She’s consistently naïve, innocent and obedient, although we hear little about her personality. You actually can describe her without referencing her love life, appearance or the words ‘Strong Female Character’ – but only if you leave out her fancy cape. Red doesn’t have a love life to speak of, doesn’t develop, but she does have a weakness – she’s so gullible that it literally kills her. She doesn’t do a lot to influence the plot as most of her actions are guided by other characters, and we see the bare minimum of her relationship with her mother and grandmother.
What’s most interesting about this story is how it relates to gender stereotypes. Perrault adds a specific moral to his version of the story – he says in no uncertain terms that young ladies should not talk to strangers in case men take advantage of them. Red Riding Hood is in effect a cautionary tale about losing your virginity, where the wolf is a fictionalised version of a young man trying to talk his way into someone’s pants. This puts the whole story in a completely different light, making it much more conservative and dependent on outdated sexual morals.
FINAL SCORE: 5/10
Red Hot Riding Hood is a 1943 cartoon made by Tex Avery. A deliberate jab at the sanitised versions of fairy tales being churned out by Disney, this is a modern re-telling of the story. The cartoon begins with the traditional Little Red Riding Hood set-up – but then the characters complain, and the story begins again with Red as a nightclub singer, the wolf as a patron who won’t leave her alone, and Grandma as a sexed-up old lady who takes a shine to the wolf. It’s a fun little cartoon that turns the original story on its head, so if you’ve got a spare five minutes I recommend you take a look.
What’s interesting about this adaptation is that Red the character and Red the actress are two different people – the actress is the one who complains, wanting a different role, and in that respect she’s much more active than the character she ends up playing. Her hobbies aren’t really mentioned, it’s implied that her beliefs aren’t very traditional but she does have very explicit goals – to be left alone by the wolf and to get to Grandma’s place safely. She’s consistently shown as a talented singer but we don’t see too many defining character traits, and you can’t actually describe the cartoon without referencing how attractive she is. Her love life is pretty progressive in that she doesn’t want one, but she doesn’t develop or have much of a weakness.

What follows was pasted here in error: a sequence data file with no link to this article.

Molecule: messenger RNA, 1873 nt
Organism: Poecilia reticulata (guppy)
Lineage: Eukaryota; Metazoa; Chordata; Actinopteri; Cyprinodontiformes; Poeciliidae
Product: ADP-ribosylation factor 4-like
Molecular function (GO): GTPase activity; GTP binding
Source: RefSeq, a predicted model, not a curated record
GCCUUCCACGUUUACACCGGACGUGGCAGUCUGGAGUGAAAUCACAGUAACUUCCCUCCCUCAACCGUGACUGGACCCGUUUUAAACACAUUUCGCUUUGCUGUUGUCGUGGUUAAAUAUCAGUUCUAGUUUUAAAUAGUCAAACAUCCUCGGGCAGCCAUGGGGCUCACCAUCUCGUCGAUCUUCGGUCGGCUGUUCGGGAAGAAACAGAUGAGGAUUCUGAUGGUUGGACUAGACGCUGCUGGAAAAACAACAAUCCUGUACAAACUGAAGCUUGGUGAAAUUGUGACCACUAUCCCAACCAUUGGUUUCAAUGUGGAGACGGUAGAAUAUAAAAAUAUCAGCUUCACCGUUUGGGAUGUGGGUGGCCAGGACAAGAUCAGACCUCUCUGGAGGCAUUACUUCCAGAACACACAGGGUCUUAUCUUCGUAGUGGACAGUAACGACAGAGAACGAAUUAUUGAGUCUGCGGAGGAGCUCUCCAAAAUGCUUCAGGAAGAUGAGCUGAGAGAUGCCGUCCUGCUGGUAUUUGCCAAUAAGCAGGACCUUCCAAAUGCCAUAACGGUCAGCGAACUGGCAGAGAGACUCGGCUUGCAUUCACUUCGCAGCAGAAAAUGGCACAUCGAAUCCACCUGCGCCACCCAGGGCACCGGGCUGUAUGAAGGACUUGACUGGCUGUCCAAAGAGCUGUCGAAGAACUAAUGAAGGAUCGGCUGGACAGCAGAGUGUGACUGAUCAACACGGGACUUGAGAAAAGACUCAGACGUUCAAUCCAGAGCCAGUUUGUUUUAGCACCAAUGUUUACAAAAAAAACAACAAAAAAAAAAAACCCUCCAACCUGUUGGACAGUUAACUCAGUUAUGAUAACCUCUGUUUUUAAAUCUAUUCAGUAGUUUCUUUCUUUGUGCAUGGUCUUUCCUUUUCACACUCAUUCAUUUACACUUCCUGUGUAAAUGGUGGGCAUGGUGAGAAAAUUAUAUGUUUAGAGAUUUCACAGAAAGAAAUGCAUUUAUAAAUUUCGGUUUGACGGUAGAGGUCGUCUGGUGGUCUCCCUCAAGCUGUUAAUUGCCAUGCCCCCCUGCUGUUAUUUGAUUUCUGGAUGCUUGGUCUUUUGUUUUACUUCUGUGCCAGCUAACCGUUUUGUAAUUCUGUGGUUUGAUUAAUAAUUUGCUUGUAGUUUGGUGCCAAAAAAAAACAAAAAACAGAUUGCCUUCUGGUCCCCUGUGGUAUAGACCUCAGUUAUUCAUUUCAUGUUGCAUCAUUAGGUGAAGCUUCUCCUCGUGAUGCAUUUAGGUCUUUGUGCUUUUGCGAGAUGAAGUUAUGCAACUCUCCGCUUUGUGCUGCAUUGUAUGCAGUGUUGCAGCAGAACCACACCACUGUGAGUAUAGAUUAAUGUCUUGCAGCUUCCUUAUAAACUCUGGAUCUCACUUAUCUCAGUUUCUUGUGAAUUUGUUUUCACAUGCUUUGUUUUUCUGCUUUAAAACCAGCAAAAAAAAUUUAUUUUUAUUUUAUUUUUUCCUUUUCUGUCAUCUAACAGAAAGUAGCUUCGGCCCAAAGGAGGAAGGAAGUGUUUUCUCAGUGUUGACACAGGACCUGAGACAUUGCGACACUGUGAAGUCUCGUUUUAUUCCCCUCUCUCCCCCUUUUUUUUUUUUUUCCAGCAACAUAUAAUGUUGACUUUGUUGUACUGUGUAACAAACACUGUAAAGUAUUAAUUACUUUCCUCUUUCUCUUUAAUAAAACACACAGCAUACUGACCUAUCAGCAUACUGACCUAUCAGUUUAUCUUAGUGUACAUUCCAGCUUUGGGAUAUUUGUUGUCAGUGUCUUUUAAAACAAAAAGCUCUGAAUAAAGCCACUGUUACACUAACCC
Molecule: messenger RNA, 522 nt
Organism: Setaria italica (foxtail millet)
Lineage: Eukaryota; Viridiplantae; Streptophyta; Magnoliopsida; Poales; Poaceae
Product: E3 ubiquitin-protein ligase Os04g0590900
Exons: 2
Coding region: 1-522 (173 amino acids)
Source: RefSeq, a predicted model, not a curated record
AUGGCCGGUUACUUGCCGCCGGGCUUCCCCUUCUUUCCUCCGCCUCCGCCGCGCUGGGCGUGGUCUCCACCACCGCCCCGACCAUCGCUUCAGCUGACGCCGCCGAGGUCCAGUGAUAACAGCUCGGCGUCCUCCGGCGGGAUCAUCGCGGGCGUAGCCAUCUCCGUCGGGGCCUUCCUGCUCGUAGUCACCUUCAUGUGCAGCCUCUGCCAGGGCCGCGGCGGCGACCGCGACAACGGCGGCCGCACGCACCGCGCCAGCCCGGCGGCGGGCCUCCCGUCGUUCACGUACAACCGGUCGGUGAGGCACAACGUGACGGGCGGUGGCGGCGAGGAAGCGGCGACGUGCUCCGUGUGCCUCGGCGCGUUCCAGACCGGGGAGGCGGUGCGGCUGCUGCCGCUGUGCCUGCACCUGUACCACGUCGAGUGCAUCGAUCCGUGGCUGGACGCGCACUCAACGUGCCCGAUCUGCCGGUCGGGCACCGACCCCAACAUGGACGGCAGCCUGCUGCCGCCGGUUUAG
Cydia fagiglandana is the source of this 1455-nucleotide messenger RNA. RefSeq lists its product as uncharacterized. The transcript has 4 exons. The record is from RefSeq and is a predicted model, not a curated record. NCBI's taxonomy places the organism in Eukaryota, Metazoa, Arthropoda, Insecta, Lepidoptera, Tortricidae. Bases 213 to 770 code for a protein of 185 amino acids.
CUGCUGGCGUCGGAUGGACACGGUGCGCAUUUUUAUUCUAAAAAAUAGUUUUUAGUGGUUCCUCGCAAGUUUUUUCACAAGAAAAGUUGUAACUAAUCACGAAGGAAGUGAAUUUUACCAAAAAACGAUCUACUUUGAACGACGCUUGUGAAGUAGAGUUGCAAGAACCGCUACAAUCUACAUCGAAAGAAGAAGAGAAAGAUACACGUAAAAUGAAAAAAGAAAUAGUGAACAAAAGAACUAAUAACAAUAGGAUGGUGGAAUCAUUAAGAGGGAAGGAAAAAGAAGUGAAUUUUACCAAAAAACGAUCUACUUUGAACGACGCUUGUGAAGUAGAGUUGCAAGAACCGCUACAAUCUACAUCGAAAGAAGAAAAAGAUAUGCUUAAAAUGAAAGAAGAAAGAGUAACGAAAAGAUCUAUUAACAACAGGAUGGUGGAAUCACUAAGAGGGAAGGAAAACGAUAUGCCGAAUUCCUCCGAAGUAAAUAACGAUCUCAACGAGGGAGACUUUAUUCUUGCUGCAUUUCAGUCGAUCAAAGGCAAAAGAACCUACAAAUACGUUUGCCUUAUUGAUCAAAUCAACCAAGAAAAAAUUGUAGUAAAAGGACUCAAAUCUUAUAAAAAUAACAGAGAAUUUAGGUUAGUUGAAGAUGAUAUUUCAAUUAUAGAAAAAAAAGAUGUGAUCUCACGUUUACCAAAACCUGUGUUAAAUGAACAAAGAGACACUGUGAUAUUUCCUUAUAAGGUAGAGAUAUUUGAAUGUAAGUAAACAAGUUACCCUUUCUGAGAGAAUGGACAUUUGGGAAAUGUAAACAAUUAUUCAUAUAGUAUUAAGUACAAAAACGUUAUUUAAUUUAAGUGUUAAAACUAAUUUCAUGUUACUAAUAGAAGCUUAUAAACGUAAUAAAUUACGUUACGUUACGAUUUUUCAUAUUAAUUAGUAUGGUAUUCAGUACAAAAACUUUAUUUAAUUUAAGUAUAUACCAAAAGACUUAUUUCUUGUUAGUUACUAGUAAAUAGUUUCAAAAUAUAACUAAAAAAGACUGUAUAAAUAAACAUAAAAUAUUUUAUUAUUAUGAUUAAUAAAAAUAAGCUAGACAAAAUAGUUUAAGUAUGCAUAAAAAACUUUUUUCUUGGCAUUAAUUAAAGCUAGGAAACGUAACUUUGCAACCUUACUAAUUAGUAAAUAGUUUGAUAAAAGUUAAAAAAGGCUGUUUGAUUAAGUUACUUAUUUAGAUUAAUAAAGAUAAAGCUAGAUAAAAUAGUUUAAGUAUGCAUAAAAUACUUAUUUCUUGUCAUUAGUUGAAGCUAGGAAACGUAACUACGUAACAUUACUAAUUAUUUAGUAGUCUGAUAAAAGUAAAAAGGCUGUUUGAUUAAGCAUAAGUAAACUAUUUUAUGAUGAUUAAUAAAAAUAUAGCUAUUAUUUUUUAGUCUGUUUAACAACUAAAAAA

Red is a real influence on the plot – it’s her decisions that drive it. We don’t see much of her relationship with Grandma, but as she goes there when she’s being chased it’s clear that’s where she feels safe. However, the most interesting thing is how she relates to gender stereotypes. Whereas the original tale was warning young women about the dangers of premarital sex, in this version the wolf is on the receiving end of the cautionary tale. Red is portrayed as a confident young woman who’s more than capable of giving the wolf a run for his money, and that’s actually really refreshing.